Information Age Effective IT 2007 Summit was the best attended and liveliest event in the four year history of the annual Effective IT programme. Fittingly, it was also an event dominated by discussion of what the future holds for IT, held in a location that is already one of the UK’s hotbeds of IT innovation.
Although many of the 150 leading IT practitioners that attended Effective IT 2007 may not have realised it, the green hills surrounding the Vale of Glamorgan are now the backdrop to one of the country’s most advanced IT communities.
In his keynote address, the director of e.Wales and Welsh Assembly member Michael Eaton, soon set the record straight. Wales today, said Eaton, is a country of 2.9 million people in the vanguard of the information age. Some 80% of Welsh homes receive digital TV and an above average number have broadband.
The nearby Wick telephone exchange recently saw the completion of the world’s first ever end-to-end public digital telephone link, and the University of Glamorgan is home to an Institute of Advanced Telecommunications supported by 20 different private sector partners, including industry heavy-weights like France Telecom and Orange, who are beginning to see Wales as a key source of scarce software talent. It is no wonder, said Eaton, that today “a lot of companies choose Wales as a test bed for new IT projects.”
Welsh IT literacy is not just good news for Wales, it is good for the whole of the UK. According to futurologist Rohit Talwar, IT literacy will be one of the key features that distinguish successful economies in the years ahead – particularly those economies that wish
to stay on a competitive footing with the emerging giants like India and, especially, China – a country that is already a bigger economy than the UK and a bigger IT exporter than the US.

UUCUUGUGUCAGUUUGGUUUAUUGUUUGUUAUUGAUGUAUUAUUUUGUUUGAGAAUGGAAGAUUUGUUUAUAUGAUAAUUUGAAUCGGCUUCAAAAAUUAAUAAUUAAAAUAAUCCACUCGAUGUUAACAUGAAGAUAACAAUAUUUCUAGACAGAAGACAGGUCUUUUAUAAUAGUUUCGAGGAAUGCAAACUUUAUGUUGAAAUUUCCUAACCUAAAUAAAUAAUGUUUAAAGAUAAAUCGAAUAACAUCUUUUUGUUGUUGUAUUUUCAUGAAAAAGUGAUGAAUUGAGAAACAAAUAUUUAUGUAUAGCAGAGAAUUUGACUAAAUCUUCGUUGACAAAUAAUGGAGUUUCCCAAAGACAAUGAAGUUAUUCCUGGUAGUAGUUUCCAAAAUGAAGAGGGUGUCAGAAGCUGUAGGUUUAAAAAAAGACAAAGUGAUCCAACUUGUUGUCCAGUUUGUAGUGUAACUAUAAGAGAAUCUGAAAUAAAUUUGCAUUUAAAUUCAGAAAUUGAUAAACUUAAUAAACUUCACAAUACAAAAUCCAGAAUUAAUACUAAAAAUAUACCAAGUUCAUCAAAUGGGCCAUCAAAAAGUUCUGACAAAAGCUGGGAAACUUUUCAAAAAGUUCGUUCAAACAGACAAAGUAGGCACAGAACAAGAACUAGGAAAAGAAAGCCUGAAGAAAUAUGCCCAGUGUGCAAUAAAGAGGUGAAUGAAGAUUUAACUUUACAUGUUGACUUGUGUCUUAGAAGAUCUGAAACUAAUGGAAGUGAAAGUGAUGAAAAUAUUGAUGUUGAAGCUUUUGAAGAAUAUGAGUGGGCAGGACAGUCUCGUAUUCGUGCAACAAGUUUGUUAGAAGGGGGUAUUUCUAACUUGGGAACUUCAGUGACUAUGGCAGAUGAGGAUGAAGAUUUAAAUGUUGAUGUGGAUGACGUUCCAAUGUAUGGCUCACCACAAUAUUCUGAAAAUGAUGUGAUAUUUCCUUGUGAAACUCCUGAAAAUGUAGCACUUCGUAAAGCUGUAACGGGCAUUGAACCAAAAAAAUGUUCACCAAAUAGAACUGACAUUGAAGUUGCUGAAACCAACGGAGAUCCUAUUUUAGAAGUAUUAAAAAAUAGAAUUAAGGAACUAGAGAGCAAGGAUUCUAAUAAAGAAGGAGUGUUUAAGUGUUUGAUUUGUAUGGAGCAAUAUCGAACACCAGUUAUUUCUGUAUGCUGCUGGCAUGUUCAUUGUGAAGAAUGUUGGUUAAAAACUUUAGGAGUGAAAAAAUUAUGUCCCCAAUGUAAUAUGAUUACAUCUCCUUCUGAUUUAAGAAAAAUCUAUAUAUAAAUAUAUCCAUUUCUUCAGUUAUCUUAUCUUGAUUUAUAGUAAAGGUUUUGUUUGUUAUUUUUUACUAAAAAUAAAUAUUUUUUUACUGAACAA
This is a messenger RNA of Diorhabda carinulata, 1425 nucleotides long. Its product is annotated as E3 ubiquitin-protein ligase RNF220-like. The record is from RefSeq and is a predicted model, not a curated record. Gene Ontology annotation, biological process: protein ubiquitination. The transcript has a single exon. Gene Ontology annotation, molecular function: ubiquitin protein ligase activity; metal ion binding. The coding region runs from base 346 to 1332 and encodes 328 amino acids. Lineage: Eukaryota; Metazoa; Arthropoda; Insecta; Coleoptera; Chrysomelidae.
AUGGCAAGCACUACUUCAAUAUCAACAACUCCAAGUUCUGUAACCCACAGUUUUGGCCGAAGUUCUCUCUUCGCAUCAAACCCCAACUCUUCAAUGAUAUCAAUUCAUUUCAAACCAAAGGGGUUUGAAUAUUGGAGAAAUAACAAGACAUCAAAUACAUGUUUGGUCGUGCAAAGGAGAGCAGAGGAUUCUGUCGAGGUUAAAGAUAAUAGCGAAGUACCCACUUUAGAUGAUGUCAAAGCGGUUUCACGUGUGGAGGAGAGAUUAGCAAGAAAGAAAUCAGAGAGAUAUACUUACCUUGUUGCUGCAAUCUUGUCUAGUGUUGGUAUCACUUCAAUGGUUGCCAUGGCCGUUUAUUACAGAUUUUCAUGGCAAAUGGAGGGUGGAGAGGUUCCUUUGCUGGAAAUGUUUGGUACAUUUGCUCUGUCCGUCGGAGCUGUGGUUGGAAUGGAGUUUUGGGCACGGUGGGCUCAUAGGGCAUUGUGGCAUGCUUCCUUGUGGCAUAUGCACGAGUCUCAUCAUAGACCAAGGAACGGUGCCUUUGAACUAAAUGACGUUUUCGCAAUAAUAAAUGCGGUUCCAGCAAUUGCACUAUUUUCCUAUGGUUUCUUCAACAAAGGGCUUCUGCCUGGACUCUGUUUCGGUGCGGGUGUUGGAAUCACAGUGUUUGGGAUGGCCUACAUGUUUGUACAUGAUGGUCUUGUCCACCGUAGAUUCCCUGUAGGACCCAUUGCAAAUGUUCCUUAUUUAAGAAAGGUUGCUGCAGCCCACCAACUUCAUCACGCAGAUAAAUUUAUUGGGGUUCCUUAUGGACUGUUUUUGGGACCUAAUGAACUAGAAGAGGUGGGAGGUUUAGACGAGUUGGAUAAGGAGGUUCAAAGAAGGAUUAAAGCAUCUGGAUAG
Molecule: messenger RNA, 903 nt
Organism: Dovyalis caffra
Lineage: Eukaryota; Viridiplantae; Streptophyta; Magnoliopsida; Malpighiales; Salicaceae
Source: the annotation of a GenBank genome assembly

To keep pace with such fast growing competitors, UK businesses must embrace the future with enthusiasm, warned Talwar.
Although exotic technologies such as chaos computing models that automatically adapt themselves to changing stimuli or silicon chips that connect directly to the brain might appear far fetched, or even frightening, they or something like them may be at the heart of the next great leap forward. Of course, explains Talwar, no one can be sure what this leap will this be or where it will lead, but what is certain is that “our future happens when we opt to engage with it,” says Talwar.
Until we do embrace the future we are guilty of living in the past, and that is something that no organisation can afford to do in these times of troubling climate change. Indeed, in addressing
the second major theme of this year's Summit, the consequences of global warming for business and IT, both Ovum’s principal analyst Stephen Young and Sun’s head of public policy and eco-responsibility, Richard Barrington, made one thing plain: climate change isn't happening in the future, it is happening now.
According to Young, organisations that don’t know what their carbon footprint is today will be paying richly for their ignorance tomorrow. ‘Carbon taxes’, such as the current civil aviation ‘green duty’ are bound to spread to all industries in time, and when they do, says Barrington, most business' carbon footprints will lead them to the doors of their own data centres – unless they act now.
Technologies and management policies that can reduce the environmental impact of IT already exist, it is now up to business to realise that today, and in the future, an effective IT strategy must also be an eco-friendly one.